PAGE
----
Tag Archives: chicken health


I have to apologize for the lack of updates regarding the first hatch of this season. When I set the eggs back in February, I could have never imagined the ride I was in for with this first hatch. First off, the area that we had set the incubator (our kitchen pantry) was apparently too cold on a couple nights as the incubator gave off a low temp warning a couple mornings in a row. Secondly, the humidity in our house was crazy low – around 30% – which, while normal for winter in Maine, made it tricky to keep the humidity high enough at the end of the hatch.

However, even with those two interesting issues, we had six of the seven eggs make it to hatch day. (One egg was a “quitter” mid way through.) As the eggs started hatching, Little Mister and I kept checking to see the progress of the chicks. The second one to pip was having trouble zipping.

Carrot - Prehatch

The membrane wasn’t coming apart correctly. The chick was mispositioned in the egg, making very slow progress. When this egg became the last one to finish zipping, I began to worry as to whether or not I should step in and help out.It’s always an interesting battle as a homesteader, knowing when to help an animal in distress out and when to let nature take its course. I decided on a deadline, and if the chick wasn’t out, then I would help interfere. The choice was made for me when the second to the last chick out, who was still drying off in the incubator, accidentally knocked off the shell of the struggling chick.

With the choice taken from him/her, Carrot, as my son named the orange colored chick, entered our world. Right off, I could tell something was wrong.

This photo was taken on day two after Carrot hatched.

This photo was taken on day two after Carrot hatched.


Carrot was born with part of his yolk sac unabsorbed. There is very little you can do for a chick in this state aside from provide time, love, and nourishment. As we were waiting for his roommate to dry off, said roommate stepped on Carrot’s yolk sac, causing a small leak. That increased the chance of infection. The roommate was banished down the basement brooder with slightly damp shoulders so that Carrot wouldn’t face a second rupture.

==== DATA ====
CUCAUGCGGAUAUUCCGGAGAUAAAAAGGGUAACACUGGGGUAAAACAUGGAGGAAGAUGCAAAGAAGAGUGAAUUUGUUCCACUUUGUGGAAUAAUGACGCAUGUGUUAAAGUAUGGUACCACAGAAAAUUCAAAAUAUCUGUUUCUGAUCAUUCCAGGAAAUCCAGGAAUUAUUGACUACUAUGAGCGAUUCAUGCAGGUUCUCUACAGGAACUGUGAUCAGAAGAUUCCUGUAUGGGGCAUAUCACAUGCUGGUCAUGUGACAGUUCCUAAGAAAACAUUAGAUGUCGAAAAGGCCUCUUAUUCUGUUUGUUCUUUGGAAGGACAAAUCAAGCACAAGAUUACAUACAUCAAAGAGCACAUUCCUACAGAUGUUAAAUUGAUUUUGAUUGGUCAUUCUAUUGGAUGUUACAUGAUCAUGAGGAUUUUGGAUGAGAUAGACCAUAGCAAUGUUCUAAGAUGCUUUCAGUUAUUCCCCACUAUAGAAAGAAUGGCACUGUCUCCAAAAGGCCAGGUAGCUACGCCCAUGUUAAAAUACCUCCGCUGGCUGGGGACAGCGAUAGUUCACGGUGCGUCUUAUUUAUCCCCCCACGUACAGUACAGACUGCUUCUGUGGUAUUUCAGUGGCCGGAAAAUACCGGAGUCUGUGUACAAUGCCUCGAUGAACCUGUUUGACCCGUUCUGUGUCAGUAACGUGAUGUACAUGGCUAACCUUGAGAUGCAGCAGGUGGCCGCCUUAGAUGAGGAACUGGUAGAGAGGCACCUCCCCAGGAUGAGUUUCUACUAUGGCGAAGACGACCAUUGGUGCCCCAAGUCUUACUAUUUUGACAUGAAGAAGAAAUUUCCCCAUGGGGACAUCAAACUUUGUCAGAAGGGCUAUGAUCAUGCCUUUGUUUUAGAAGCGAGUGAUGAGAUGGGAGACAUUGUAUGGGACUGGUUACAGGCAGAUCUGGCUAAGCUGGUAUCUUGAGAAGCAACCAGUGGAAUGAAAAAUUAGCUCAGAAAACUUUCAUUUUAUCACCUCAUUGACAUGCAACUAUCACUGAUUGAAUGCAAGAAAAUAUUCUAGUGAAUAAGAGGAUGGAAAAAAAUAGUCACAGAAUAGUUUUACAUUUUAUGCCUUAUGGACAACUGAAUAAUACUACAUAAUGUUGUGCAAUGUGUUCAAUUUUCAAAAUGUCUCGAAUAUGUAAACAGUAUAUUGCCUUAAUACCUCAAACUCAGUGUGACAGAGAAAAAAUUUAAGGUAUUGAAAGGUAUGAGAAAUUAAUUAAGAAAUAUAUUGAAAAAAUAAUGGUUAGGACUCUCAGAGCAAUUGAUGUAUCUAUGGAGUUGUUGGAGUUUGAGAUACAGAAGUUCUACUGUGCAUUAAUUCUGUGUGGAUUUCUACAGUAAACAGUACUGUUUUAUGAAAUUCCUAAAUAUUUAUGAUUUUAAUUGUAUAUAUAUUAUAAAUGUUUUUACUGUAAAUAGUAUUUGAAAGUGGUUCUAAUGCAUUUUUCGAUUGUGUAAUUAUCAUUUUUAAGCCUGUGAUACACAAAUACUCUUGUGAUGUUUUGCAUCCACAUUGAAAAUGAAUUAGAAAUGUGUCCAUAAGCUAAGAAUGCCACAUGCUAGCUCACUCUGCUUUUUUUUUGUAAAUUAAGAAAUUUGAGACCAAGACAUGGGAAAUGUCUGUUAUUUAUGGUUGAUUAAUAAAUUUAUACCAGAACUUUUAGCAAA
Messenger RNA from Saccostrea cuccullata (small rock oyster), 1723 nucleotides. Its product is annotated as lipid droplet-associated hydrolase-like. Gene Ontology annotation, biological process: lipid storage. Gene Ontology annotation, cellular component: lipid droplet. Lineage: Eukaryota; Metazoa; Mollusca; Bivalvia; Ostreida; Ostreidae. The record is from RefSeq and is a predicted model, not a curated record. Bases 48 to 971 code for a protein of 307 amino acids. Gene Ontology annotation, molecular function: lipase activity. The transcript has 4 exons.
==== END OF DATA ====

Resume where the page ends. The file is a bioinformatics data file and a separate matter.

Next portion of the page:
Carrot ended up spending an additional two days in the incubator, lovingly renamed the NICU during these time. I took Carrot out every few hours to check that the yolk sac was diminishing, give water with electrolytes, and allow some snuggles. I was worried at first that I would have to cull Carrot. I am amazed that the little foof is still around and strong. The yolk sac is almost gone, leaving a crusty over-sized belly button that might eventually fall off. The only visible damage from Carrot’s ordeal are two wings that seem smaller than average. Carrot will be a special bird, for sure. If Carrot is a she, we’ll find room for her in our flock. If a he, I know some folks who adore special needs birds.

For now, Carrot will have a bonded mate with his/her hatch buddy, who has been named Sable. They’ve been sharing the same brooder box for a few days now and are inseparable.

Carrot and Sable

Feather Cysts

One of the issues that we’ve been dealing with this past month or so has been feather cysts. Jovi, our white crested black Polish, is our first crested chicken that we’ve ever had. Back in the fall he was attacked by another rooster that we had tried to keep. (Needless to say we found the other rooster a new home.) After the attack, I didn’t dare pull out all of the broken feathers in Jovi’s crest as I didn’t want him completely bald for the winter. I took a gamble and left them in there.

The problem with gambling is that there’s always the possibility of a bad outcome. In this case, it was feather cysts. A feather cyst is like an ingrown hair on a bird, only it’s a feather not a hair.


Feather cysts normally form when a broken feather shaft is left in and blocks the new feather from emerging. Sometimes the broken feather will fall out and let the new ones work through, but it’s a rare occurrence.

There are a few different ways to treat feather cysts. The first step that we had to take was to remove all the broken feathers that were left in hopes of avoiding another cyst.

The next three days we used a carbon paste to pull at much of the puss from the wound as possible. We also pricked it open with a pin to drain the puss. On the fourth day there was a scab that we were able to peel off to reveal the feather underneath. I didn’t take any photos of it, but after I pulled out everything from the cyst, and full feather measured about an inch long.

He’s had two more cysts since then, but both we’ve been able to pop and let come out on their own. This one was by far the worse. While I feel awful that he had to go through that, it was a great learning experience for us and now we know how to stop them before they start.